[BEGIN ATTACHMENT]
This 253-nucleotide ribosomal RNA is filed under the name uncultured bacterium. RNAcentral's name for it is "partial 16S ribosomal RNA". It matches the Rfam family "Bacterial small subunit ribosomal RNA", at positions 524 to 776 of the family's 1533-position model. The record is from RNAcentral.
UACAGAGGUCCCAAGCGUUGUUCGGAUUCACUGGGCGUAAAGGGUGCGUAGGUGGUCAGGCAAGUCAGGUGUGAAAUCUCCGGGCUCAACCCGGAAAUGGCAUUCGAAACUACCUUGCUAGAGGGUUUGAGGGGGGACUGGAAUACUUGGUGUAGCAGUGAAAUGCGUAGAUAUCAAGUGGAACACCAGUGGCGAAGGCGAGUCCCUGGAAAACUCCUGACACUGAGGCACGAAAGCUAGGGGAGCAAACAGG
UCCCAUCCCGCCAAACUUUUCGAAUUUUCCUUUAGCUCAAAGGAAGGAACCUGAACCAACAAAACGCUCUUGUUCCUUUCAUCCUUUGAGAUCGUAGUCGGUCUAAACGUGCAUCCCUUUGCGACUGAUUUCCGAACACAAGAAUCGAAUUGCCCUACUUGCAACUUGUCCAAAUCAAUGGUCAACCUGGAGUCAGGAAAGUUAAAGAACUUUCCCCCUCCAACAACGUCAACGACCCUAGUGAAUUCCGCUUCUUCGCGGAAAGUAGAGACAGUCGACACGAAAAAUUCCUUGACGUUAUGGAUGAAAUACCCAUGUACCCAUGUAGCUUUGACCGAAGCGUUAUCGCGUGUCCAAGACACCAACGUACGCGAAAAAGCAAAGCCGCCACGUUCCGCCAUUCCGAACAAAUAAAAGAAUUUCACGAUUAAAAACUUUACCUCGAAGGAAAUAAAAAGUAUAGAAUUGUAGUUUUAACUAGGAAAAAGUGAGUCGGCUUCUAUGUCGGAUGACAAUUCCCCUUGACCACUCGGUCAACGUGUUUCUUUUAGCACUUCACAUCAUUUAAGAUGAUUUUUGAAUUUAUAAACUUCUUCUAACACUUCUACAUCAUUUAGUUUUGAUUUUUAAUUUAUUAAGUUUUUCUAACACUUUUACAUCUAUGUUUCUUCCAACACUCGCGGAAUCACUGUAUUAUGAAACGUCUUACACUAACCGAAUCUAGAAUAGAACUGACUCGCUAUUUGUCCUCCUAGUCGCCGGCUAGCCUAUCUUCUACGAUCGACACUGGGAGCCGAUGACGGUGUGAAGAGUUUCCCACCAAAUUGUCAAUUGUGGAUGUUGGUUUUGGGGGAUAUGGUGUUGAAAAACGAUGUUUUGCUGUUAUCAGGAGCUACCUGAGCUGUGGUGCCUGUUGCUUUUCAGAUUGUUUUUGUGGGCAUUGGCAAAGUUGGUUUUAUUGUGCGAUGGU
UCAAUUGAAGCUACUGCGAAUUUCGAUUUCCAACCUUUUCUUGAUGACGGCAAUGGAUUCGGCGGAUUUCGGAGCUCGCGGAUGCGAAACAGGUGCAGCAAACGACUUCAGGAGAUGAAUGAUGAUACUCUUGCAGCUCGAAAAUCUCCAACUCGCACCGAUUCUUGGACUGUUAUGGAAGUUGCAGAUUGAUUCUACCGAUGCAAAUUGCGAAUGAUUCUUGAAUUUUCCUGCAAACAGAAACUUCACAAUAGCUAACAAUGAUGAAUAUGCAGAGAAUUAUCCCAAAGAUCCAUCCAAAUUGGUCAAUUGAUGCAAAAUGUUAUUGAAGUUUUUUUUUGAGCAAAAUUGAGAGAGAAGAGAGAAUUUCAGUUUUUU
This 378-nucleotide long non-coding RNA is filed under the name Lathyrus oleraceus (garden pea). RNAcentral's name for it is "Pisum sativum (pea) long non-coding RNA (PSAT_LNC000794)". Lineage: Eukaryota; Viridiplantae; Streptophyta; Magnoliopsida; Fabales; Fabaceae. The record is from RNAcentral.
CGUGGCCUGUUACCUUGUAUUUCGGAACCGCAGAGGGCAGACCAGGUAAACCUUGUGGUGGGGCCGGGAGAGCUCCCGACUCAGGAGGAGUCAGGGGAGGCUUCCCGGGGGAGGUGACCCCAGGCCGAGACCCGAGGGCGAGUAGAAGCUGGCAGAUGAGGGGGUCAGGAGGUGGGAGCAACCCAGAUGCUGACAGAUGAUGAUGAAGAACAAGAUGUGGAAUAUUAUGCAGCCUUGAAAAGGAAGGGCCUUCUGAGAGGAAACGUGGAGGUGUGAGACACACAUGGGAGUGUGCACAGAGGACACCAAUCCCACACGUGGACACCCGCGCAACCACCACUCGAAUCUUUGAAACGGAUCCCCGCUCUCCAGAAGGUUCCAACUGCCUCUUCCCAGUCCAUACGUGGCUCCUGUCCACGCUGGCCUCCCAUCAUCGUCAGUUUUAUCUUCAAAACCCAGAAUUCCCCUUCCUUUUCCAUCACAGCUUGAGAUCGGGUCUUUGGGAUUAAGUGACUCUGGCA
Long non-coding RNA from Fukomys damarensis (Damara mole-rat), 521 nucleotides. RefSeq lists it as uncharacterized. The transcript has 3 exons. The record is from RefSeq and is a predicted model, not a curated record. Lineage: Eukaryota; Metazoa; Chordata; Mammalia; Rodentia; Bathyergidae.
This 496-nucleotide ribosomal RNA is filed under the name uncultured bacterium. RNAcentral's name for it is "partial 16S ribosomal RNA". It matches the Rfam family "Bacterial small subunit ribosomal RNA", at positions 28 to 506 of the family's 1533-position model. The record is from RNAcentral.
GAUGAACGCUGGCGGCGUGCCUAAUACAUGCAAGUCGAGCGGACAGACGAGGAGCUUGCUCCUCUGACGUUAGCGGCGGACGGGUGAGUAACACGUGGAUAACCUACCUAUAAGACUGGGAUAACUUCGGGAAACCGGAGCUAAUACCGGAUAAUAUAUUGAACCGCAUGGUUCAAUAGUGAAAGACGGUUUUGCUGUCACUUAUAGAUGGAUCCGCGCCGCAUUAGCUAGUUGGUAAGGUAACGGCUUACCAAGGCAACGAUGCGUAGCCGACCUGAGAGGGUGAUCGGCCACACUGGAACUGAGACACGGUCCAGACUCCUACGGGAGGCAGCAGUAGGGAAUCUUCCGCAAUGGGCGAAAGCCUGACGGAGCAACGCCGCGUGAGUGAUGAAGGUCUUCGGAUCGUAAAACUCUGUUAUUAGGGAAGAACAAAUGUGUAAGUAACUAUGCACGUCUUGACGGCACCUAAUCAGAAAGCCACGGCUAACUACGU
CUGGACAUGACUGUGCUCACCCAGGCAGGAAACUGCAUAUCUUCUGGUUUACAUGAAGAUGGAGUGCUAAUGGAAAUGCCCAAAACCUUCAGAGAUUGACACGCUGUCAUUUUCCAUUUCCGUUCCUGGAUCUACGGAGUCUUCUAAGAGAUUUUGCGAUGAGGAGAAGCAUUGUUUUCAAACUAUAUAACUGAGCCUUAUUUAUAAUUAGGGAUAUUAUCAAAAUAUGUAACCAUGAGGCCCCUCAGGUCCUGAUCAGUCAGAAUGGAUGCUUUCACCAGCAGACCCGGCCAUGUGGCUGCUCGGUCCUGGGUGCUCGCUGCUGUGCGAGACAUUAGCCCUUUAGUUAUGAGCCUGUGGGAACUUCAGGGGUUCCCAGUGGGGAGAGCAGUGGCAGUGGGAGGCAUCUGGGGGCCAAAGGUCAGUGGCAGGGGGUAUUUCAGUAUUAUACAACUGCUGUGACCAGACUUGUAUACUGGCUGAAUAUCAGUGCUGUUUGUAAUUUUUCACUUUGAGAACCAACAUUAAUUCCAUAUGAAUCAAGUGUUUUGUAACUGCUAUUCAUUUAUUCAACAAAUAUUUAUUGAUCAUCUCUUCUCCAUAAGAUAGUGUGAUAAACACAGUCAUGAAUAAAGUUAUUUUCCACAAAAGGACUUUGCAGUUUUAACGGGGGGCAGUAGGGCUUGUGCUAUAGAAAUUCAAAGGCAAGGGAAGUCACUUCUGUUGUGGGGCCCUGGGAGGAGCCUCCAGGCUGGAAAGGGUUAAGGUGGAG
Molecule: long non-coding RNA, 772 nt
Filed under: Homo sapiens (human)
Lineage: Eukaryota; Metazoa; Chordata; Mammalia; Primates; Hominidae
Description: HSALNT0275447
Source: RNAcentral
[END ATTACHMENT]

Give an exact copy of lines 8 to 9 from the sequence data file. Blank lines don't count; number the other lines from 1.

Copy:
This 496-nucleotide ribosomal RNA is filed under the name uncultured bacterium. RNAcentral's name for it is "partial 16S ribosomal RNA". It matches the Rfam family "Bacterial small subunit ribosomal RNA", at positions 28 to 506 of the family's 1533-position model. The record is from RNAcentral.
GAUGAACGCUGGCGGCGUGCCUAAUACAUGCAAGUCGAGCGGACAGACGAGGAGCUUGCUCCUCUGACGUUAGCGGCGGACGGGUGAGUAACACGUGGAUAACCUACCUAUAAGACUGGGAUAACUUCGGGAAACCGGAGCUAAUACCGGAUAAUAUAUUGAACCGCAUGGUUCAAUAGUGAAAGACGGUUUUGCUGUCACUUAUAGAUGGAUCCGCGCCGCAUUAGCUAGUUGGUAAGGUAACGGCUUACCAAGGCAACGAUGCGUAGCCGACCUGAGAGGGUGAUCGGCCACACUGGAACUGAGACACGGUCCAGACUCCUACGGGAGGCAGCAGUAGGGAAUCUUCCGCAAUGGGCGAAAGCCUGACGGAGCAACGCCGCGUGAGUGAUGAAGGUCUUCGGAUCGUAAAACUCUGUUAUUAGGGAAGAACAAAUGUGUAAGUAACUAUGCACGUCUUGACGGCACCUAAUCAGAAAGCCACGGCUAACUACGU